Stanley, Thomas, Earl of Derby

(c. 1435–1504)
   A powerful nobleman in northwestern England, Thomas Stanley, second Lord Stanley, survived the WARS OF THE ROSES by not adhering strongly to any party and by repeatedly demonstrating a remarkable ability to switch sides at the most favorable moment. In 1459, Stanley raised a large force on the command of Queen MARGARET OF ANJOU but simultaneously gave a conditional promise of support to her Yorkist opponent Richard NEVILLE, earl of Salisbury, who was Stanley’s father-in-law. However, when Salisbury engaged the Lancastrians at the Battle of BLORE HEATH, Stanley, who was only a few miles away, kept his troops out of the fight. Although Stanley was accused of treason by the Lancastriancontrolled COVENTRY PARLIAMENT, the queen chose to overlook his dealings with Salisbury, and Stanley fought for HENRY VI at the Battle of NORTHAMPTON in 1460. Stanley’s Lancastrian allegiance fell away in 1461 when EDWARD IV won the throne and conferred upon him various lands and offices. In the spring of 1470, Stanley refused to assist the ultimately unsuccessful revolt launched by his brother-in-law, Richard NEVILLE, earl of Warwick, but when Warwick returned in October and drove Edward from the kingdom, Stanley supported the READEPTION government of Henry VI (see Edward IV, Overthrow of). When Edward returned in March 1471, Stanley remained carefully aloof and was rewarded by the victorious Yorkists with appointments as lord steward and royal councilor (see Edward IV, Restoration of). In 1475, Stanley accompanied Edward IV on his French campaign, and in 1482, Stanley held a command in the duke of Gloucester’s Scottish campaign.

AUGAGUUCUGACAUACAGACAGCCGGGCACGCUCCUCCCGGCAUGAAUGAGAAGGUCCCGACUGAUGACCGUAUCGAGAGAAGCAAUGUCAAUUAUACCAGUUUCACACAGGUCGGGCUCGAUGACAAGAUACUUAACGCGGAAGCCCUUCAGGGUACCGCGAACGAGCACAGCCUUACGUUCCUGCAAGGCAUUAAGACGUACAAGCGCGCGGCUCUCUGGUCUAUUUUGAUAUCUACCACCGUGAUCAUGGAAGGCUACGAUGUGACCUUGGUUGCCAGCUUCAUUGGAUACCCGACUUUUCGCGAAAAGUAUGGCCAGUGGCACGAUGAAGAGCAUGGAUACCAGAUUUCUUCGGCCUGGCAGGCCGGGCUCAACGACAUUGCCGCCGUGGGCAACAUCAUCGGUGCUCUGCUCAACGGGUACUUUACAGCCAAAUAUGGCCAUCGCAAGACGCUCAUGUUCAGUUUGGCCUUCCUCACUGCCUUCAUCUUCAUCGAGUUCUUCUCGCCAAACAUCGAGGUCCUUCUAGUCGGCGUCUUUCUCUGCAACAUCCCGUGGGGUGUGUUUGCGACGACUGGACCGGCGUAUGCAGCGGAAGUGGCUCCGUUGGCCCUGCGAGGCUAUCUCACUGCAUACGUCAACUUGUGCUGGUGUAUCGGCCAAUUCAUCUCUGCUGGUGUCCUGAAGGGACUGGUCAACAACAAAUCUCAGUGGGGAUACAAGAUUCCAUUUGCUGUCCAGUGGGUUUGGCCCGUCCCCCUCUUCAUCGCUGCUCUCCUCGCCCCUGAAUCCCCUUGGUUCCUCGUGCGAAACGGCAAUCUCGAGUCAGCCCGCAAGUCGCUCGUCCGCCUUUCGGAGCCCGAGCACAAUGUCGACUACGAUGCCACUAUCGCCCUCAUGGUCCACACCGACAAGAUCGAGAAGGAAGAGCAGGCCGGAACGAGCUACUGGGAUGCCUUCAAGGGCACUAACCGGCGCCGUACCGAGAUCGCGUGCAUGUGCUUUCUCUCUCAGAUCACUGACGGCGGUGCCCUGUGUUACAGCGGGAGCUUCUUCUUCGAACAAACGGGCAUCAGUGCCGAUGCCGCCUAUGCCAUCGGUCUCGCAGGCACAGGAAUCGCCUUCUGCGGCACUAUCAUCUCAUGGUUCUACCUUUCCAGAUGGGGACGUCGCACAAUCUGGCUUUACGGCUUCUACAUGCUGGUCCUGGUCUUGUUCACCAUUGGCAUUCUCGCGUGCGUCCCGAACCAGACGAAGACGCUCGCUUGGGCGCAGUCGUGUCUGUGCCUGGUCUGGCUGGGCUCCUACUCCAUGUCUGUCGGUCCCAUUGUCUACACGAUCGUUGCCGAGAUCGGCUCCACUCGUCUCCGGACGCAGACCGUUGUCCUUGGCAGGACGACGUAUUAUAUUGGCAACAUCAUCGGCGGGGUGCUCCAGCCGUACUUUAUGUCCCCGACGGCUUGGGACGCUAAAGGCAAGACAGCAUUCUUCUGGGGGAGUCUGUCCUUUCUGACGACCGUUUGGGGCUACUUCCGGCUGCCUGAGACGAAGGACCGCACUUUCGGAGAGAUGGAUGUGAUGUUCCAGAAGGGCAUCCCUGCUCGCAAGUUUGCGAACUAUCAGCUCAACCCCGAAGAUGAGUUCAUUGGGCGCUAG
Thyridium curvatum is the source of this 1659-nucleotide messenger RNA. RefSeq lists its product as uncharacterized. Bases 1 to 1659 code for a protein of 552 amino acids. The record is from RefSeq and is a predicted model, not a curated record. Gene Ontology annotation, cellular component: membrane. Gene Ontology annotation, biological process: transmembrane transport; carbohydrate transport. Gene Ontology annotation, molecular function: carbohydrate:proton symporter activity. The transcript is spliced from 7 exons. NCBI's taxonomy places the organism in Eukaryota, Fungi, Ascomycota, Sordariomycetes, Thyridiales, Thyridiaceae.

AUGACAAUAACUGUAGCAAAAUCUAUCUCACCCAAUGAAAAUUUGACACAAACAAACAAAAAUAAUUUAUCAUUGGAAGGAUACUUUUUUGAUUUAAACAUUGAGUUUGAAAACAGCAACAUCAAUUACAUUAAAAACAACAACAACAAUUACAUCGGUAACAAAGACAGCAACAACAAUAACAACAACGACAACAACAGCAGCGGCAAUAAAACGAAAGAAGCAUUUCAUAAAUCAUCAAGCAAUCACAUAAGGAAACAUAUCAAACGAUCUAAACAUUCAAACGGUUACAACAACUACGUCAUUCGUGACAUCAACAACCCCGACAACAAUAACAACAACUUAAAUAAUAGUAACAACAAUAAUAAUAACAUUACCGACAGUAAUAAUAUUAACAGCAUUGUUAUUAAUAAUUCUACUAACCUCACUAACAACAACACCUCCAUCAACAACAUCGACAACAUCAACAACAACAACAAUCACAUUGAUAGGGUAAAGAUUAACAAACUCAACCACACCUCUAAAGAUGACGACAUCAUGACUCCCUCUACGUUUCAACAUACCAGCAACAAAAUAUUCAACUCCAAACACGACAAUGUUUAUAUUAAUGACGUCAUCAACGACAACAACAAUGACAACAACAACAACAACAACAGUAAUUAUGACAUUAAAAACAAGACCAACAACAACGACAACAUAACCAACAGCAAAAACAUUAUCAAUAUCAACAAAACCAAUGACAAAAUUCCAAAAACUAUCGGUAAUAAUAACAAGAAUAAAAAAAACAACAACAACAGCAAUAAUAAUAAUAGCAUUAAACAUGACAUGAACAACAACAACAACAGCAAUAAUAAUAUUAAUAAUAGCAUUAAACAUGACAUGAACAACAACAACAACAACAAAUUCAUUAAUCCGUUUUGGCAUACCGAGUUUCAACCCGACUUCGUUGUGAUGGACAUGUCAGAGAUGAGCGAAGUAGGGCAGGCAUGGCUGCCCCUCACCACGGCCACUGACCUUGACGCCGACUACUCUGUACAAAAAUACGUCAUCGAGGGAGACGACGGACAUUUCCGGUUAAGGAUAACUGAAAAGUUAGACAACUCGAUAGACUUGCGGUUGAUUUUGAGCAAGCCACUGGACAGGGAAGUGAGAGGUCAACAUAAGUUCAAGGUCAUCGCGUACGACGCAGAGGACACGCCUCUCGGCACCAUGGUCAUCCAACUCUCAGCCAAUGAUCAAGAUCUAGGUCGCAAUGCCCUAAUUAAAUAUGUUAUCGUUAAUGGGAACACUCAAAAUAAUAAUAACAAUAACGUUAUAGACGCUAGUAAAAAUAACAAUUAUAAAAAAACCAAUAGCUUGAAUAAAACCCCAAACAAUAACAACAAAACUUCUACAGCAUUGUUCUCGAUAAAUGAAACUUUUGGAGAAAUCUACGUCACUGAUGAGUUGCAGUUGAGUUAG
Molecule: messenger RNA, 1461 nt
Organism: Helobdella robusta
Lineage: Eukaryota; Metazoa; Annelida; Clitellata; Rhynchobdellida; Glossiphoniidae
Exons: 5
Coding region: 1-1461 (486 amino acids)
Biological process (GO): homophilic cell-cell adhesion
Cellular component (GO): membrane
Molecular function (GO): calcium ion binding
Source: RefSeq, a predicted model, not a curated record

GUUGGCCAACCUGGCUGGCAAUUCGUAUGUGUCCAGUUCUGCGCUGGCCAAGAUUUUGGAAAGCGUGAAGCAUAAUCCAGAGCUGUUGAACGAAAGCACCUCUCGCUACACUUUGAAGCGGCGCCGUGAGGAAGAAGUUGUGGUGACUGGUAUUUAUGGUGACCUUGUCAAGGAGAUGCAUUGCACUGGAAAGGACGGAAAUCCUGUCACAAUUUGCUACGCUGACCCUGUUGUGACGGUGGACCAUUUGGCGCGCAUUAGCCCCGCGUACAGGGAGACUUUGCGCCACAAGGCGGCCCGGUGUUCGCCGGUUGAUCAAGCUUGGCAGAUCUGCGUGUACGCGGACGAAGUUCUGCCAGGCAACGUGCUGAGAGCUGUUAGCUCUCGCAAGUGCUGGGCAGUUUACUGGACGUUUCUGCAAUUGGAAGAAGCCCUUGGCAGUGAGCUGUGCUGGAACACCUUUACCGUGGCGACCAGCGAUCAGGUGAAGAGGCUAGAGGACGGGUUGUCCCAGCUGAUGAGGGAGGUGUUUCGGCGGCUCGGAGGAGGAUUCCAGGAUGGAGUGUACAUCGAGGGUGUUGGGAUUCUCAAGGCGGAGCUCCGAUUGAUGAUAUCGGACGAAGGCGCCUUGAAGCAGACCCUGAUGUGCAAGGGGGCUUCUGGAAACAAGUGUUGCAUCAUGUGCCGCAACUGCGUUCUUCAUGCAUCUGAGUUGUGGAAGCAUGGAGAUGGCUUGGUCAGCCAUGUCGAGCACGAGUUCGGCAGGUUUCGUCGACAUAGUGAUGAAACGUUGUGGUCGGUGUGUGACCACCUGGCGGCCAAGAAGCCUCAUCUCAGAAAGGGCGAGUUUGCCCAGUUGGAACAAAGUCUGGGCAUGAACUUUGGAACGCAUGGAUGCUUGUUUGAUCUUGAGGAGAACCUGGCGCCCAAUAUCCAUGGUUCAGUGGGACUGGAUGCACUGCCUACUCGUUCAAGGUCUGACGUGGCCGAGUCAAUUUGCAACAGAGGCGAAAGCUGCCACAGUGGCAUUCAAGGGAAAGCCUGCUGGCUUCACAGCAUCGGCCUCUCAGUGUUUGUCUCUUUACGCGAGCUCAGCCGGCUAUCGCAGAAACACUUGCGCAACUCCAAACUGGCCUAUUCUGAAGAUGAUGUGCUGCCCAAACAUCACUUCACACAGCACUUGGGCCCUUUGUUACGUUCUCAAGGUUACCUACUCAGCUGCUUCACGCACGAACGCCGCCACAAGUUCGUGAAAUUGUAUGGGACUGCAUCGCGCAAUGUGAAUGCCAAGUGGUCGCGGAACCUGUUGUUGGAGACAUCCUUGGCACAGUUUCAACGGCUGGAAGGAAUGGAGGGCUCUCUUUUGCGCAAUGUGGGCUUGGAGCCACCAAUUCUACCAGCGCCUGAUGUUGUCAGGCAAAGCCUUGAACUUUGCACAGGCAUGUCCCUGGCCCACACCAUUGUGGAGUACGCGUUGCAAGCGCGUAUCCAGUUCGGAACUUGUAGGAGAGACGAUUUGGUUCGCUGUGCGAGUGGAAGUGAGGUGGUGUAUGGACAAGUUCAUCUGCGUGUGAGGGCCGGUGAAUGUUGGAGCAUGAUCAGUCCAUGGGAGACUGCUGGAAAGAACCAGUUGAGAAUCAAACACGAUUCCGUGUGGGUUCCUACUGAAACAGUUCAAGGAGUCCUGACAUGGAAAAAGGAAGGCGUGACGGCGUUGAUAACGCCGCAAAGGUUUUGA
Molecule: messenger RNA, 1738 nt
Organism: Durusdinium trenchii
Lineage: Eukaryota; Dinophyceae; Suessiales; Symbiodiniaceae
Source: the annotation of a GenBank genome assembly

After the death of Edward IV, Gloucester, fearing that Stanley might oppose his bid for the throne, arrested Stanley at the infamous COUNCIL MEETING OF 13 JUNE 1483. However, by July, Stanley was free and sufficiently in favor to carry the mace at Gloucester’s coronation as RICHARD III (see Usurpation of 1483). Married to MARGARET BEAUFORT since 1472, Stanley carefully distanced himself from her involvement in plots on behalf of her son, Henry Tudor, earl of Richmond, in the autumn of 1483. After the failure of BUCKINGHAM’S REBELLION, Margaret was placed in her husband’s keeping and all her lands were transferred to his custody. Stanley retained Richard’s favor until the summer of 1485, when Stanley’s extended absence from COURT aroused the king’s suspicion. Refusing Richard’s summons to return, he sent his son Lord Strange, who found himself a prisoner under threat of death when Richmond landed in August in WALES and marched unimpeded through Stanley territory. Although he met with Richmond, and his brother Sir William STANLEY gave the earl active assistance, Stanley remained cautiously neutral at the Battle of BOSWORTH FIELD on 22 August, ignoring both the pleas of Richmond and the orders of Richard. The battle was decided in Richmond’s favor by the intervention of Sir William Stanley. Lord Strange survived the battle when Richard’s order for his execution went unheeded. As stepfather to the new king,HENRY VII, Stanley was in high favor, being created earl of Derby in October 1485. He was also confirmed in all his offices and granted the estates 256 STANLEY, THOMAS, EARL OF DERBY of attainted Yorkists. Derby stood as godfather to Prince Arthur in 1486 and survived his brother’s execution for treason in 1495 by again remaining carefully neutral. He died in Lancashire in July 1504.
   Further Reading: Bagley, John J., The Earls of Derby, 1485-1985 (London: Sidgwick and Jackson, 1985); Coward, Barry, The Stanleys, Lords Stanley, and Earls of Derby, 1385-1672 (Manchester: Manchester University Press, 1983).

Encyclopedia of the Wars of the Roses. . 2001.

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